University of Akron President Matthew Wilson, just two weeks after he fell out of the running to be president of the University of Central Florida, is stepping down to rejoin the UA law school’s faculty.

Wilson, who came to UA in 2014 to be law school dean, surprised the campus and community Thursday morning with a letter explaining his decision. The move is effective July 31.

Wilson said in an interview Thursday afternoon that he — along with “the collective efforts of everyone on campus” — has stabilized the university’s finances and launched initiatives aimed at growing the school since he was “plucked out of the law school.”

UA trustees named him to the top job in July 2016, following the tumultuous two-year tenure of Scott Scarborough, who resigned amid calls for his ouster.

Now, Wilson said, “it would be a great point to make a shift.”

Wilson, 47, said after he steps down, he’ll spend time “reflecting on what might be the next step, whether it’s at the law school or eventually some other opportunity.”

He likely would have more flexibility to pursue outside jobs as a faculty member.

Wilson echoed in the interview what he said in his email to the UA community: “This decision came after much thought and consideration and is based on a host of personal and family considerations.”

Wilson said in the interview, “I’m not actively seeking out jobs,” though he didn’t answer repeated questions about whether he had any applications pending.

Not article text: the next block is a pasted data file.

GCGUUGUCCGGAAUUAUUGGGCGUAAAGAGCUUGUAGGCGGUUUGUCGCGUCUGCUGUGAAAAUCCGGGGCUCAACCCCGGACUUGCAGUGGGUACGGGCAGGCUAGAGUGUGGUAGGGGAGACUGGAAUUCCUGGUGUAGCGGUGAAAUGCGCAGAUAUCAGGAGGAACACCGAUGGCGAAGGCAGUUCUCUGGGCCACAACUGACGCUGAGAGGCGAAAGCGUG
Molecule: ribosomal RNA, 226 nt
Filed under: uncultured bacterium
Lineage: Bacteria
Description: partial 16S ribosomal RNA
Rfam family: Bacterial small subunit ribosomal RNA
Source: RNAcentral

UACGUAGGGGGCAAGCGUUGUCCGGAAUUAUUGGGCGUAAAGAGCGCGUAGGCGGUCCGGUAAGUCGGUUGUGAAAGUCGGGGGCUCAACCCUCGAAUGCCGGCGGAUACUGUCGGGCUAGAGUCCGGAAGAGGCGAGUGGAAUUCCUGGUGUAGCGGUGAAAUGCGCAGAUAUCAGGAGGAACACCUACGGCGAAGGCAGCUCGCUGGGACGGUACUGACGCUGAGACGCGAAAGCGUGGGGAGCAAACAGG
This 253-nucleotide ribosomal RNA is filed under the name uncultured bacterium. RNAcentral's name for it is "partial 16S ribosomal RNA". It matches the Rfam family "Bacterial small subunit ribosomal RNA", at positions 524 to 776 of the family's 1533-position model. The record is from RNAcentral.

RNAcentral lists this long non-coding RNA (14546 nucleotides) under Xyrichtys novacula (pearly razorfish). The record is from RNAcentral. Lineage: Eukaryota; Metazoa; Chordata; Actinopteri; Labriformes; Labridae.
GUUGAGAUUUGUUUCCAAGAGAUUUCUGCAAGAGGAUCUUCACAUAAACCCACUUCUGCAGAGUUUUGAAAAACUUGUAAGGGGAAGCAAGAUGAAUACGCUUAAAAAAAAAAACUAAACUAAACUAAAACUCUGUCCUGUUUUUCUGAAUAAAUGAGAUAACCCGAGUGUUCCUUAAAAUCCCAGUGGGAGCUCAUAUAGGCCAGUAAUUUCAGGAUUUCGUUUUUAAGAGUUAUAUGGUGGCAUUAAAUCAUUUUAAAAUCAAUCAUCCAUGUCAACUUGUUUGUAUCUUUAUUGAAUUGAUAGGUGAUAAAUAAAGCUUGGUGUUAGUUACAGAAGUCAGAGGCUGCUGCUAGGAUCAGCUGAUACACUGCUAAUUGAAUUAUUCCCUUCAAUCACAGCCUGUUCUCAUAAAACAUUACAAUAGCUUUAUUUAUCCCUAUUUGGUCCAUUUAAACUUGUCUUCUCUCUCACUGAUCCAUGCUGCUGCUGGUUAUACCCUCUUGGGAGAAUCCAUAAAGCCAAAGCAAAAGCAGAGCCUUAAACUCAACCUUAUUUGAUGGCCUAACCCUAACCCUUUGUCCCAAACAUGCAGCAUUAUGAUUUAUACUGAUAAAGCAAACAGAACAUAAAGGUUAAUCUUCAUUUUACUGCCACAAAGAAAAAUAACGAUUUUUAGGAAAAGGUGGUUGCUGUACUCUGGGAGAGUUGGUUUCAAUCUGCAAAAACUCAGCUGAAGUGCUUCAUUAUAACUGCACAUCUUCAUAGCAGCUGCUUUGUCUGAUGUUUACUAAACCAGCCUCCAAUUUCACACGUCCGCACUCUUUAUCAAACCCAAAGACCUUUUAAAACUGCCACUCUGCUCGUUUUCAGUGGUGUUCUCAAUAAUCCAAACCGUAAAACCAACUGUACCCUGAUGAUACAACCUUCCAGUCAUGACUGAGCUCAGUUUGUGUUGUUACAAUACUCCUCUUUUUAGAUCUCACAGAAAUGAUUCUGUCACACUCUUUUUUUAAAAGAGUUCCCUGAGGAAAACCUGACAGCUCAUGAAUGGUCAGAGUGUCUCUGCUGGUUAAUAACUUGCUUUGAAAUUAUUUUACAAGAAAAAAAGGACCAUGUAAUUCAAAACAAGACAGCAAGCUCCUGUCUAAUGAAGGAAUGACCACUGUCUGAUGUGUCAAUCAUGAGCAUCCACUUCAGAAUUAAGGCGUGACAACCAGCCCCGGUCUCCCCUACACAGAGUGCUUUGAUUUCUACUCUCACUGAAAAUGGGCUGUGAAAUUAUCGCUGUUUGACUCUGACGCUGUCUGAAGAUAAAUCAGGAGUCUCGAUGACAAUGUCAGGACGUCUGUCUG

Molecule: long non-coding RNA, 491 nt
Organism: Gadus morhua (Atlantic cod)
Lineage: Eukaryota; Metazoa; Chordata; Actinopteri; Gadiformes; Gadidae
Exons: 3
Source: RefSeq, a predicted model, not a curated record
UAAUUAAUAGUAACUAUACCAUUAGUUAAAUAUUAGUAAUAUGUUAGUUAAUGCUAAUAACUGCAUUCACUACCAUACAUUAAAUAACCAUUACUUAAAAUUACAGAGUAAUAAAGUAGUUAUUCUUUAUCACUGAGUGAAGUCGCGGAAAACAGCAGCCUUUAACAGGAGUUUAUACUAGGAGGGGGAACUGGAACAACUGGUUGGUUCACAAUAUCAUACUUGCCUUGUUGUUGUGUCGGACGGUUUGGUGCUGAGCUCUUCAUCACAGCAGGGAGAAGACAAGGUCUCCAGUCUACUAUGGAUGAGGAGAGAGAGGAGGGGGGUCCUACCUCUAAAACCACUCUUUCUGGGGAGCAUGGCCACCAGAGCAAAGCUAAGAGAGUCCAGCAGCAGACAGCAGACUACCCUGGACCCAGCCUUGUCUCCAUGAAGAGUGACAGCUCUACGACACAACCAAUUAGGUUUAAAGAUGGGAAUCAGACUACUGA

“If something were to come along that would be a lifetime opportunity ... I’d certainly listen to it. ... I don’t know what the future holds.”

Wilson said in the interview that during his tenure, “A lot of the hefty lifting has been done. A lot of the new creative initiatives have been put in place.”

Wilson has spearheaded the launch of various efforts aimed at boosting enrollment. Also under Wilson, UA closed last fiscal year’s budget gap.

UA’s budget crunch continues, but expenses are being held down and the projected deficit for this fiscal year has shrunk considerably.

“It has truly been magical,” Wilson said in the interview, to “have $42 million of budgetary swing.”

He was referring to UA closing a $30 million budget gap and adding $12 million to its reserves last year.

Scarborough, who inherited financial challenges due largely to a debt-financed building boom and enrollment declines, was criticized for the way in which he cut costs, among other actions.

Wilson said in his email that his tenure as president “has been very demanding” as he worked to “overcome challenges, generate new opportunities” at the school while he and his wife, Noriko, helped their youngest son, James, 16, successfully battle an aggressive form of pediatric cancer.

Wilson often spoke at gatherings of high school students and traveled to meet with alumni.

News that Wilson was seeking the top job at UCF caught many by surprise, and even upset some community members, because of his short tenure.

UCF revealed in mid-February that its trustees chose Wilson as one of eight semifinalists. He advanced to the round of four finalists interviewed March 9. That day, however, UCF Provost Dale Whittaker was named president-elect.

Moment of opportunity